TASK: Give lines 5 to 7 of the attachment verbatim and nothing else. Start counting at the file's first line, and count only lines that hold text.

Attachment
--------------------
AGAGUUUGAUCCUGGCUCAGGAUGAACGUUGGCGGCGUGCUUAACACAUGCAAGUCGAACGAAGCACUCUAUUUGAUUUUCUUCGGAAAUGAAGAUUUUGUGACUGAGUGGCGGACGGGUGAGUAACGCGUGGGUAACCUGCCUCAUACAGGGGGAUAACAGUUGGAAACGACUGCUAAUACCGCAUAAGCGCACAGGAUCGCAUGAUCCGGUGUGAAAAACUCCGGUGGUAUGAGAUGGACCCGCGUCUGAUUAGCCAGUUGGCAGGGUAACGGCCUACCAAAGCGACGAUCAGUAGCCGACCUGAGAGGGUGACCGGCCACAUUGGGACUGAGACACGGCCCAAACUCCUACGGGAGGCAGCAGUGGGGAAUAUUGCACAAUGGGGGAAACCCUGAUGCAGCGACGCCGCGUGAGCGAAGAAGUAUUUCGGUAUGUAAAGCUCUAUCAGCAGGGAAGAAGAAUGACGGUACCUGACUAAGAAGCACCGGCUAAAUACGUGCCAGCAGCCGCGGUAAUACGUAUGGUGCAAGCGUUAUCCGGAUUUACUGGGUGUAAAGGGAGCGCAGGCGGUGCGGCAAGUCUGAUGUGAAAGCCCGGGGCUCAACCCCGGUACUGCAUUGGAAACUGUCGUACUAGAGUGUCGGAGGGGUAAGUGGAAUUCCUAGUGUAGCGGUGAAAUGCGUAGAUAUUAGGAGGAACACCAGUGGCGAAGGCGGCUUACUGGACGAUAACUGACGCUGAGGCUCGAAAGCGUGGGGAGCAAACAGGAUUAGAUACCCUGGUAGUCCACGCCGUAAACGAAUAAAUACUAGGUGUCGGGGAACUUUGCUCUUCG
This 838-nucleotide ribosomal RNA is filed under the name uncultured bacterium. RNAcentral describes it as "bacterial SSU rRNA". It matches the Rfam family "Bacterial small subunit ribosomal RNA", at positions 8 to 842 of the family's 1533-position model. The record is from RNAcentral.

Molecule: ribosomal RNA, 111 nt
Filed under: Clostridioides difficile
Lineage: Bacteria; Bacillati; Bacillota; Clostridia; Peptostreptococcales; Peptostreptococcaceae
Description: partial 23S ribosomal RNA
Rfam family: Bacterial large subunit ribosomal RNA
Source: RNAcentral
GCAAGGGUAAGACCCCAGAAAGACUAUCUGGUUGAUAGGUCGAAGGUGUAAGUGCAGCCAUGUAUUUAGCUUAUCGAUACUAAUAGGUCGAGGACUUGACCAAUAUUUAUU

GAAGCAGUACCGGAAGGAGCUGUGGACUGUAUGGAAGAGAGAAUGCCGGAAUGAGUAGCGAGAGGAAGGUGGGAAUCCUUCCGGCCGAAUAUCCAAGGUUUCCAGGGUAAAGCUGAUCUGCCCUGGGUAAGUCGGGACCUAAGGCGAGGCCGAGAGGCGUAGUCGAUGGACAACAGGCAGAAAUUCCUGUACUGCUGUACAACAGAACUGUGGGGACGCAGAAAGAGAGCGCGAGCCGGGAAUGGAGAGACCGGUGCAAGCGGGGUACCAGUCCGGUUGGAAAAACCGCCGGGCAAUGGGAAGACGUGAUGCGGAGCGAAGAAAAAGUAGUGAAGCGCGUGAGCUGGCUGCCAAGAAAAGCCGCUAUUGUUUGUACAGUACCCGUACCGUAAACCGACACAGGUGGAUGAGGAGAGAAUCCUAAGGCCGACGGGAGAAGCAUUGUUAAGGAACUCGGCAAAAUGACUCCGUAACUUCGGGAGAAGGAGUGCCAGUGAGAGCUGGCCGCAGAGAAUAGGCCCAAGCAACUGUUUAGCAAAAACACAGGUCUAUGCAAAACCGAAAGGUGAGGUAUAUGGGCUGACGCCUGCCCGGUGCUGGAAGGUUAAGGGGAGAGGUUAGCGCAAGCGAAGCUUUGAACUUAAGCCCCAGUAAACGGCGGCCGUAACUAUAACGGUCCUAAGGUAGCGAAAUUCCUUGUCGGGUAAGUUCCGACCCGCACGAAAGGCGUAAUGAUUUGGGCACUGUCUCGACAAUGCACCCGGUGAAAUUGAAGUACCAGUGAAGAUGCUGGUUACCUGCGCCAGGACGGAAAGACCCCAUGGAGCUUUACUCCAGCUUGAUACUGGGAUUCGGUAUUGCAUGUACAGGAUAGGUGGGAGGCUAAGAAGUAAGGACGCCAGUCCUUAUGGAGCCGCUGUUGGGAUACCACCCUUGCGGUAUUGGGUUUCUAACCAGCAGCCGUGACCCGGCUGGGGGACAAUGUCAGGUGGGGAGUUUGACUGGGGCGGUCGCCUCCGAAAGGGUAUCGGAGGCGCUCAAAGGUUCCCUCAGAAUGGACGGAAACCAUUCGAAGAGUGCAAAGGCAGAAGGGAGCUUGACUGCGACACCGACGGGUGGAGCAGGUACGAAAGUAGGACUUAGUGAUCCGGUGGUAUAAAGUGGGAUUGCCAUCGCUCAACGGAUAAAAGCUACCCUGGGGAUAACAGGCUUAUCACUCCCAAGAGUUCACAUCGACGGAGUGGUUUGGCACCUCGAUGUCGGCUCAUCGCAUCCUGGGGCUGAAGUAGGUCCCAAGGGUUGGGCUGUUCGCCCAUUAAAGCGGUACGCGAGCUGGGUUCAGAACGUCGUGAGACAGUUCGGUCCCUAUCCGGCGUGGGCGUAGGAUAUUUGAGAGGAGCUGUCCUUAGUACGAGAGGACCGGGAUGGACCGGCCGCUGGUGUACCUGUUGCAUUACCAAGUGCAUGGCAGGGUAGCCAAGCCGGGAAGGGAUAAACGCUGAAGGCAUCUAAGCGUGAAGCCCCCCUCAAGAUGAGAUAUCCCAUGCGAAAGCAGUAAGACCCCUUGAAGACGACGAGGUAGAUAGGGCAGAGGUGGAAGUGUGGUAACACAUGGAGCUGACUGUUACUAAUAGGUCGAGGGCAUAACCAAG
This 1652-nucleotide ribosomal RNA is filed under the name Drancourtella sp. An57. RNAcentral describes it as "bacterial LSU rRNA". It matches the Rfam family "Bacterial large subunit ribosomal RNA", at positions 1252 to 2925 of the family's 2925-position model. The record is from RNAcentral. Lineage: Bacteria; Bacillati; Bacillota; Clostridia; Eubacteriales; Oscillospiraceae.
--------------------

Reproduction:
Lineage: Bacteria; Bacillati; Bacillota; Clostridia; Peptostreptococcales; Peptostreptococcaceae
Description: partial 23S ribosomal RNA
Rfam family: Bacterial large subunit ribosomal RNA